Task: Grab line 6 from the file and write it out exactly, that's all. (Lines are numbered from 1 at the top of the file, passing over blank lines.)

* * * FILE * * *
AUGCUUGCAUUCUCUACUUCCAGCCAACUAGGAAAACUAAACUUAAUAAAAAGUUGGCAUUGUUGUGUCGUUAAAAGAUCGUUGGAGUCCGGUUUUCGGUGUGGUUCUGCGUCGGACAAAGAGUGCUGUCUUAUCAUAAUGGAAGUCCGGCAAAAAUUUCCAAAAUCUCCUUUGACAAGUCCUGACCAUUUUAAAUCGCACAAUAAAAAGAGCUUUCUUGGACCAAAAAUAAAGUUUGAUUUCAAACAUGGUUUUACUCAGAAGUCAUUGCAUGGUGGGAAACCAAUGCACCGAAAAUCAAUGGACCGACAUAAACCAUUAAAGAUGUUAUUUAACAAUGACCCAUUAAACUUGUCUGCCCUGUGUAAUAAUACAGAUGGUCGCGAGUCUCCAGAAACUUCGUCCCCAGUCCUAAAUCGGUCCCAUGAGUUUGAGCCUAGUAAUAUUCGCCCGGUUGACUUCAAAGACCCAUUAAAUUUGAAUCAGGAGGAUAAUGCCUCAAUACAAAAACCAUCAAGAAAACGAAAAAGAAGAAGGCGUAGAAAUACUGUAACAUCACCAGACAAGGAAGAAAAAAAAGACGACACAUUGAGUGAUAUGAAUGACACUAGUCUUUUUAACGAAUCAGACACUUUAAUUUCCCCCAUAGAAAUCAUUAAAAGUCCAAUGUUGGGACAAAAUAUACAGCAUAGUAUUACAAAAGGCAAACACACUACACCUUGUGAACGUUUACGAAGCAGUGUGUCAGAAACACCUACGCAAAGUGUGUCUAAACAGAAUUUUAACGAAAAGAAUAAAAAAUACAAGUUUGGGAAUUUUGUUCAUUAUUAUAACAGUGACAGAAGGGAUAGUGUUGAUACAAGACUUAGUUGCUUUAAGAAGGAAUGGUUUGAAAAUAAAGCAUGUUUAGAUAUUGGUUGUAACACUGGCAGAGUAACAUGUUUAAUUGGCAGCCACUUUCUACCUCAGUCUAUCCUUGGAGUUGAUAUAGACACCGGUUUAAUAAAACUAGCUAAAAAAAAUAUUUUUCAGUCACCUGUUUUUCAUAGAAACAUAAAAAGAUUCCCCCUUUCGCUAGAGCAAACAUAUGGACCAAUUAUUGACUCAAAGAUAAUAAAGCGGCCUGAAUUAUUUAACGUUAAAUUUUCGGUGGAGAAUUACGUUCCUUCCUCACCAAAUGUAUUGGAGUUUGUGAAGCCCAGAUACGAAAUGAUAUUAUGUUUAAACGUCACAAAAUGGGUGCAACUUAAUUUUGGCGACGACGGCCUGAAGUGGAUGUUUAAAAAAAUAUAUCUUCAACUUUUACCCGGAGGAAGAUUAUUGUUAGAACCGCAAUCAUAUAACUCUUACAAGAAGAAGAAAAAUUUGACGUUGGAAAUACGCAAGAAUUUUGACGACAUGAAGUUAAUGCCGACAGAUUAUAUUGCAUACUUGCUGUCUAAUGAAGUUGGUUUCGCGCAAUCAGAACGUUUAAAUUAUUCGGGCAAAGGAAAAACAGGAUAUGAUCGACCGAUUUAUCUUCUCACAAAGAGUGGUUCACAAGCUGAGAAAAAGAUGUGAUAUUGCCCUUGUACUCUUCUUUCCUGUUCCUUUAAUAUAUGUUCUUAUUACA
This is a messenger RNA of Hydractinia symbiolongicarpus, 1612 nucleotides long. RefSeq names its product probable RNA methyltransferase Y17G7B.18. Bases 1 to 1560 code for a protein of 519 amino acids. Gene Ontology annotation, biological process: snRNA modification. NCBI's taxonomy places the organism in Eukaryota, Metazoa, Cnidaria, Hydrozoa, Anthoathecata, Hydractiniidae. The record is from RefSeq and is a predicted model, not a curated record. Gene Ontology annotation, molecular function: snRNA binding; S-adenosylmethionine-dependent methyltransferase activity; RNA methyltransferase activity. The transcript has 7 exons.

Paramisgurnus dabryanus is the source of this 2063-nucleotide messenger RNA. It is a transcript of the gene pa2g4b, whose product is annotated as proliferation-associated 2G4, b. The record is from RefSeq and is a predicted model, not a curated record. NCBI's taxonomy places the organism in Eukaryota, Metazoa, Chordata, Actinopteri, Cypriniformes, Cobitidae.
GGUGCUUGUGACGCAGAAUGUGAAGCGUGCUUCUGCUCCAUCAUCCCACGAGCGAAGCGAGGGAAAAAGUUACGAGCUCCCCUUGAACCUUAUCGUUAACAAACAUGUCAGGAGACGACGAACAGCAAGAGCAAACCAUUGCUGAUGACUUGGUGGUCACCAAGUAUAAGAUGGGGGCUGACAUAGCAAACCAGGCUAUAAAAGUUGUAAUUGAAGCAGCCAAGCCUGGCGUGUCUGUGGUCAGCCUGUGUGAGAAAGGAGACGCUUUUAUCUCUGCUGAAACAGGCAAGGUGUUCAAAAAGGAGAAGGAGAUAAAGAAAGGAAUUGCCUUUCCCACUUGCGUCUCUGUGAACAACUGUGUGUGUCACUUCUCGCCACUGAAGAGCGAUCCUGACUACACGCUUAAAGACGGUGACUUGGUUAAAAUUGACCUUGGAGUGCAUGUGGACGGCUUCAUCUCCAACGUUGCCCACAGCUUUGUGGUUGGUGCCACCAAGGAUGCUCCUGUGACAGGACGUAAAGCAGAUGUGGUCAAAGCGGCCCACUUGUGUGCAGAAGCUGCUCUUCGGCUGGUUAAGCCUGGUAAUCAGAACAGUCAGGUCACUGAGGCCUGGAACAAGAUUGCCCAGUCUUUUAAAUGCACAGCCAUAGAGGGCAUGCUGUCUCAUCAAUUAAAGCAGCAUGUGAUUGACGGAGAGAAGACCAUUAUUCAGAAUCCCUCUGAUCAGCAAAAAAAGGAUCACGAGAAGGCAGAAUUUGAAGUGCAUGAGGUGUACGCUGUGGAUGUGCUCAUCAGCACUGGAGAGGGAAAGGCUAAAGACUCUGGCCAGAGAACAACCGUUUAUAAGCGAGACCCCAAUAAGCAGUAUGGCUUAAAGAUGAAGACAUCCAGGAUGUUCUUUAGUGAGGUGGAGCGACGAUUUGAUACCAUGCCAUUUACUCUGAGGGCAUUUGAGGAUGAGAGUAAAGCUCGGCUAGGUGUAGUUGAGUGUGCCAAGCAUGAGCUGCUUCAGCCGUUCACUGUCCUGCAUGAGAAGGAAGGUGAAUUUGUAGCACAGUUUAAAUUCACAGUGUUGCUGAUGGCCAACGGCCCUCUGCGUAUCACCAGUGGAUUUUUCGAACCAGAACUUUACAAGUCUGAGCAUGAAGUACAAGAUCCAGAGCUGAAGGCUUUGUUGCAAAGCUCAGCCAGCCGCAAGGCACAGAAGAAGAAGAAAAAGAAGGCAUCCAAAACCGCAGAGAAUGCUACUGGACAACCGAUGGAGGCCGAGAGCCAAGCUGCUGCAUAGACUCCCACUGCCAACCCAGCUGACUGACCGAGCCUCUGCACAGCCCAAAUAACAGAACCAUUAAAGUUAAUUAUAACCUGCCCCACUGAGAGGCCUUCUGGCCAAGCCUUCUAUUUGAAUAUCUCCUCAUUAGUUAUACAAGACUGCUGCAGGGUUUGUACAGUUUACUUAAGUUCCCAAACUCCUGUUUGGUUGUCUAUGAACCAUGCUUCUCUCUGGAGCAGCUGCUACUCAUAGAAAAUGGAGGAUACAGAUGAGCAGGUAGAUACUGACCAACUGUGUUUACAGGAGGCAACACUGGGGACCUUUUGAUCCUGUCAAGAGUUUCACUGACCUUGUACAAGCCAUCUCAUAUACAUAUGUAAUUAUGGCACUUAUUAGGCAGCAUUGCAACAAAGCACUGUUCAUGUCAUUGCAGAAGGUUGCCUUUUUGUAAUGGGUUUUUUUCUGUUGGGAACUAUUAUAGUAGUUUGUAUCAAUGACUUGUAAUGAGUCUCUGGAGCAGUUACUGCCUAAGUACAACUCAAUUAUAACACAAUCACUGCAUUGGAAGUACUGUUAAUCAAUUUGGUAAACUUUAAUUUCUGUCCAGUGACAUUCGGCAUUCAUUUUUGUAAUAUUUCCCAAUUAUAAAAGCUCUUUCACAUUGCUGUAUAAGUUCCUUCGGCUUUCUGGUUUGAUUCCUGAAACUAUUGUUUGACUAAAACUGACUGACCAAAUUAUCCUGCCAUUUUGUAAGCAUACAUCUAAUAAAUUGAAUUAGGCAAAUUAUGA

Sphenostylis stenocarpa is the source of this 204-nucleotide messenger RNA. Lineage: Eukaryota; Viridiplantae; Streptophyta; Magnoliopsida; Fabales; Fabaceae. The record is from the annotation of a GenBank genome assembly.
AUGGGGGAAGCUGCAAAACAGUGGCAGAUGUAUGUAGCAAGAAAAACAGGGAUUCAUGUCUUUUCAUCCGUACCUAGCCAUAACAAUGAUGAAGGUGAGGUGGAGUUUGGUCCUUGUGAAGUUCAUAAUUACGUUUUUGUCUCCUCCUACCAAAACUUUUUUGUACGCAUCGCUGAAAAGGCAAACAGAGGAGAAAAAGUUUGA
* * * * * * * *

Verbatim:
AUGGGGGAAGCUGCAAAACAGUGGCAGAUGUAUGUAGCAAGAAAAACAGGGAUUCAUGUCUUUUCAUCCGUACCUAGCCAUAACAAUGAUGAAGGUGAGGUGGAGUUUGGUCCUUGUGAAGUUCAUAAUUACGUUUUUGUCUCCUCCUACCAAAACUUUUUUGUACGCAUCGCUGAAAAGGCAAACAGAGGAGAAAAAGUUUGA